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In Action movies, I have seen a couple of times that if flammable gases or liquids like benzene are ignited, the fire spreads out within fraction of a second and sometimes there is also an explosion. However, if a Piece of wood in a grill is lightened, it may take minutes if the fire has the full Magnitude. Why there is a difference in ignition Speeds (what is the physical cause)?

Are there kinetic equations how to determine the Speed how fast a fire would spread out?

I am interested in the viewpoint of thermodynamics how to derive the Speed of ignition.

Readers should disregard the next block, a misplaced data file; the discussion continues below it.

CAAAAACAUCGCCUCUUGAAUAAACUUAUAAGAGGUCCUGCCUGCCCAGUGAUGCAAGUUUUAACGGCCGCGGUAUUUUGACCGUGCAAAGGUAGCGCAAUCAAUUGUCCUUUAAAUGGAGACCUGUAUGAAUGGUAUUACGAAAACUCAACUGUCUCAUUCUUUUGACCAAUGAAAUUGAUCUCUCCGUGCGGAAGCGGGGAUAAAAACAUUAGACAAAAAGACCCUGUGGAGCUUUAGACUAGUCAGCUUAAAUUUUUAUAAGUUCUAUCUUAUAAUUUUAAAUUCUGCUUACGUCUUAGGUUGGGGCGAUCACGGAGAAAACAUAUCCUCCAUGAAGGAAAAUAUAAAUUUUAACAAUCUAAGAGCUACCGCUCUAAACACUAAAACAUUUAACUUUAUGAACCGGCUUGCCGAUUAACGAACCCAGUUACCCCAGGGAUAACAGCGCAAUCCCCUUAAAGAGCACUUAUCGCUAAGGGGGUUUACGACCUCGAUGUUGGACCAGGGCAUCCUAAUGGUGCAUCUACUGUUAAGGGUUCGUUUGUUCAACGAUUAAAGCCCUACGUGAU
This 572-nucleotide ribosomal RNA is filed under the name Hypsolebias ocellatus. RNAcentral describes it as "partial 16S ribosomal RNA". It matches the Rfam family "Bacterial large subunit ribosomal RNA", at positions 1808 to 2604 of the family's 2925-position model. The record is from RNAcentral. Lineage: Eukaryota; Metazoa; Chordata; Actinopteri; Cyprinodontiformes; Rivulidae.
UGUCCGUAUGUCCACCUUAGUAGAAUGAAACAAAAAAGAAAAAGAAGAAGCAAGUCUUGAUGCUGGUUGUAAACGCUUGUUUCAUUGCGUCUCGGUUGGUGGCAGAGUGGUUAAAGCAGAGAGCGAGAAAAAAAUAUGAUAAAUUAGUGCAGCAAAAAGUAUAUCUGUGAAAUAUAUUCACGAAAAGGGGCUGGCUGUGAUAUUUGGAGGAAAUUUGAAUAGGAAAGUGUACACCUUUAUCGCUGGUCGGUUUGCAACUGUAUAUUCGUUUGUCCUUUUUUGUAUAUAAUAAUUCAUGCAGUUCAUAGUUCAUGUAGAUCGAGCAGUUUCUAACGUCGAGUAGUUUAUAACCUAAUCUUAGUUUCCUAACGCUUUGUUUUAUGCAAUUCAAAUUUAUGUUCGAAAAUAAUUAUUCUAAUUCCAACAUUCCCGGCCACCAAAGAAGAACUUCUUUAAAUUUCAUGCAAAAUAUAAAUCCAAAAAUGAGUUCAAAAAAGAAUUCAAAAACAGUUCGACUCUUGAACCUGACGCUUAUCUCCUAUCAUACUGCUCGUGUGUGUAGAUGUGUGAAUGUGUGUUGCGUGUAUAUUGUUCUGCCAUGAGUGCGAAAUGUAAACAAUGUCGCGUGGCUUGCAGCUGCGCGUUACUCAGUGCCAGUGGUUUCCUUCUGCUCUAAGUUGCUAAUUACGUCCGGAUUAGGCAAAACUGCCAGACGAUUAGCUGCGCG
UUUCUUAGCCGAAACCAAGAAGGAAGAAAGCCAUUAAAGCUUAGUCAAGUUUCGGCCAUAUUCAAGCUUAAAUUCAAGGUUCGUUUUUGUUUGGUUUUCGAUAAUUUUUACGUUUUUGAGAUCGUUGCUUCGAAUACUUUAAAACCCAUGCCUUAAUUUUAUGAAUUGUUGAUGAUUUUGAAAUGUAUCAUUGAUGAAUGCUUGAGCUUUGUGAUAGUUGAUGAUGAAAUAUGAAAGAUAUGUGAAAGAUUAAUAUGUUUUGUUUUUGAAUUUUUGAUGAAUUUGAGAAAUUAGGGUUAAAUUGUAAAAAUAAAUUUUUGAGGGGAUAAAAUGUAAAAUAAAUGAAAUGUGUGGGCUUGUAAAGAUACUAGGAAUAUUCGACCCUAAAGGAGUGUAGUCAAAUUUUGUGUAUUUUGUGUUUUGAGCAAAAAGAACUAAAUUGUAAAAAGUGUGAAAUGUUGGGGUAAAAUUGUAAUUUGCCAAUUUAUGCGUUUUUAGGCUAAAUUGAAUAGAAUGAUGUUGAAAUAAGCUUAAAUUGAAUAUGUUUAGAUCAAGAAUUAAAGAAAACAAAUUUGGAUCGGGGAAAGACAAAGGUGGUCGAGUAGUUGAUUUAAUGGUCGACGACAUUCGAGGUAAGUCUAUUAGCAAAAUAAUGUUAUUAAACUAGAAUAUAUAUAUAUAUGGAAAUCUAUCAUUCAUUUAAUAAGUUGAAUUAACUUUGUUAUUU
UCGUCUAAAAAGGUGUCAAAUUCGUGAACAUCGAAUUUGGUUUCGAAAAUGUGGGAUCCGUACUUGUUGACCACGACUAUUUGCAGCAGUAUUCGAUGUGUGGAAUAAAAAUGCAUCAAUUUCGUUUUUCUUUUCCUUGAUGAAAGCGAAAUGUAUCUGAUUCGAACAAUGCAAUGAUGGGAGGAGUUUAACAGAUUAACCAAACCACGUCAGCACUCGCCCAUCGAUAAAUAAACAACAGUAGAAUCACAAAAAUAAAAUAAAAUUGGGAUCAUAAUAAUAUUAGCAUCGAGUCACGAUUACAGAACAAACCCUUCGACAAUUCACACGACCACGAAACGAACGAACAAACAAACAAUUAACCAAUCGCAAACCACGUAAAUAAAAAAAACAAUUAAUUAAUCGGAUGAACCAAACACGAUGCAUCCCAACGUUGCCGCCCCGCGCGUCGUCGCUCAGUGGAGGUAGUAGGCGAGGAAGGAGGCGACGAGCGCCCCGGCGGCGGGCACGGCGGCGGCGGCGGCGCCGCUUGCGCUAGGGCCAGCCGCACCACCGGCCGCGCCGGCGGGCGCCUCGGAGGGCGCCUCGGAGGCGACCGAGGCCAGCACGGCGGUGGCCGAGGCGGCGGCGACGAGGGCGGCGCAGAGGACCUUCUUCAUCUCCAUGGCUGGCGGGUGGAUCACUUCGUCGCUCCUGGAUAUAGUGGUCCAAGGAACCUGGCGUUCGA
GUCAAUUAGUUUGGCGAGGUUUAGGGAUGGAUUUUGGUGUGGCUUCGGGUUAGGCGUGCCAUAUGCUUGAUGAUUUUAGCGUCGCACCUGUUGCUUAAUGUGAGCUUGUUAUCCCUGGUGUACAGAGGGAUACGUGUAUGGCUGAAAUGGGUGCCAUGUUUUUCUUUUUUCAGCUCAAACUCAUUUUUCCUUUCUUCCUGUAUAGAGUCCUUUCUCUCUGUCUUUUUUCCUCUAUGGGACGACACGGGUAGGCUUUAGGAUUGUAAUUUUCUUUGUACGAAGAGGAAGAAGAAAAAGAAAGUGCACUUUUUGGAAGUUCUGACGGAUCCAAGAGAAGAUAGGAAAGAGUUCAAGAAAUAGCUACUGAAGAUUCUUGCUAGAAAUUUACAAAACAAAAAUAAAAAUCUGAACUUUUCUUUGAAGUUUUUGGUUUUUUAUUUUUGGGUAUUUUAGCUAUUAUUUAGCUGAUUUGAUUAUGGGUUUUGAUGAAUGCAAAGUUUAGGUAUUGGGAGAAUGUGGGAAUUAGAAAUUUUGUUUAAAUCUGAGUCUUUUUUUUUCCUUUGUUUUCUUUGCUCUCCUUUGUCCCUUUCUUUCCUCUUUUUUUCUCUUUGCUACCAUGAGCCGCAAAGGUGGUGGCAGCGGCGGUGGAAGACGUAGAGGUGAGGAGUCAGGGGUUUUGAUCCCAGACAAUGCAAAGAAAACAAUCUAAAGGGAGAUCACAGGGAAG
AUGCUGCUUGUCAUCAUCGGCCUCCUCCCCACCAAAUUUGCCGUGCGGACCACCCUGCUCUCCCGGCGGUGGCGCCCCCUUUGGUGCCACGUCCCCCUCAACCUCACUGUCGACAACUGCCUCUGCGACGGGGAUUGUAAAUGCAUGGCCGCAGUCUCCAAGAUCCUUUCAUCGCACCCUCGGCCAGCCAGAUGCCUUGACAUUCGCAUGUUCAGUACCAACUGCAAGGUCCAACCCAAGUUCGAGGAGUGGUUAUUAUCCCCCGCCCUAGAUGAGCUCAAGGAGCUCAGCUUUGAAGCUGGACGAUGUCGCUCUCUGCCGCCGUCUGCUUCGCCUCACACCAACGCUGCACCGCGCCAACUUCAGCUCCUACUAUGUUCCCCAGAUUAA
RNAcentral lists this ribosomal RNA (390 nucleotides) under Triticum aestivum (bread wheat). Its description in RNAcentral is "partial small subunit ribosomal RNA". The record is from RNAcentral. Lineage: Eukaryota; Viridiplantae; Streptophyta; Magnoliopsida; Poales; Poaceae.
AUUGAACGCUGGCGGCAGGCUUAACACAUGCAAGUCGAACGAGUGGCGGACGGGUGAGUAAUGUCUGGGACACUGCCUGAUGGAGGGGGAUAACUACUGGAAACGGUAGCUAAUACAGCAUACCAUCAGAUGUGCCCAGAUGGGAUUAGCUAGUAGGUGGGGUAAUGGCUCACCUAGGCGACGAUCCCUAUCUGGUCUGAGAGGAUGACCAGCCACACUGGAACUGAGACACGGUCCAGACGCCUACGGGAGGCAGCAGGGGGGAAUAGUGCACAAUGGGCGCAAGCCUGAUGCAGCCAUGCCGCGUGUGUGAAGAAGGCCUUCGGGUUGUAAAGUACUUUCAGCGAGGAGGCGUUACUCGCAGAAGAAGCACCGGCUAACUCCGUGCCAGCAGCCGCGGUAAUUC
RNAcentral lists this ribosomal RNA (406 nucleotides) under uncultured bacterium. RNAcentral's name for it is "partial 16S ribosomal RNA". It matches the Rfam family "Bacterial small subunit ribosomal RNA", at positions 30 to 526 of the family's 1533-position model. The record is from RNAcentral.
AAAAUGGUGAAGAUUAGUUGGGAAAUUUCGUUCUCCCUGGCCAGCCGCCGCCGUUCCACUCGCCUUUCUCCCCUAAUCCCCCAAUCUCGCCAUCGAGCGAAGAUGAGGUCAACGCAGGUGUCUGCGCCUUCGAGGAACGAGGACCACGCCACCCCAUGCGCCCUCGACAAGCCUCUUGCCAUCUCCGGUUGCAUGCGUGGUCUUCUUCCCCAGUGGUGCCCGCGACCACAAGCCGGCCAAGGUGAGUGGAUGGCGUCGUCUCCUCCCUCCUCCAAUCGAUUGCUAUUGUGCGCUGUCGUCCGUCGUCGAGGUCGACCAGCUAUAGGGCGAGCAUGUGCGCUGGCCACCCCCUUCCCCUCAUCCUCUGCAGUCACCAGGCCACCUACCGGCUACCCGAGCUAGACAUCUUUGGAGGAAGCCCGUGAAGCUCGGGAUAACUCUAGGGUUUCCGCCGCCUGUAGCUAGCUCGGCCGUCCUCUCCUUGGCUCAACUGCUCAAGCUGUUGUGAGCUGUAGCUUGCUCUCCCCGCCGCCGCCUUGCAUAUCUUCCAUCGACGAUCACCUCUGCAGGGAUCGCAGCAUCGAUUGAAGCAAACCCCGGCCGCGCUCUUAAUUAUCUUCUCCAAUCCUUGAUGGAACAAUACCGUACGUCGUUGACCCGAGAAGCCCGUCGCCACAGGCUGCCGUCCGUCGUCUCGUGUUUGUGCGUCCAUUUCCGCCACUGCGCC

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    $\begingroup$ Frankly, thermodynamics doesn't help understand the kinetics much at all. While a piece of wood gently burning in the fireplace and a propane tank undergoing a BLEVE (boiling liquid expanding vapor explosion) are both doing something thermodynamically preferred, the kinetics matter a lot. $\endgroup$ – Jon Custer Jul 10 '18 at 15:27

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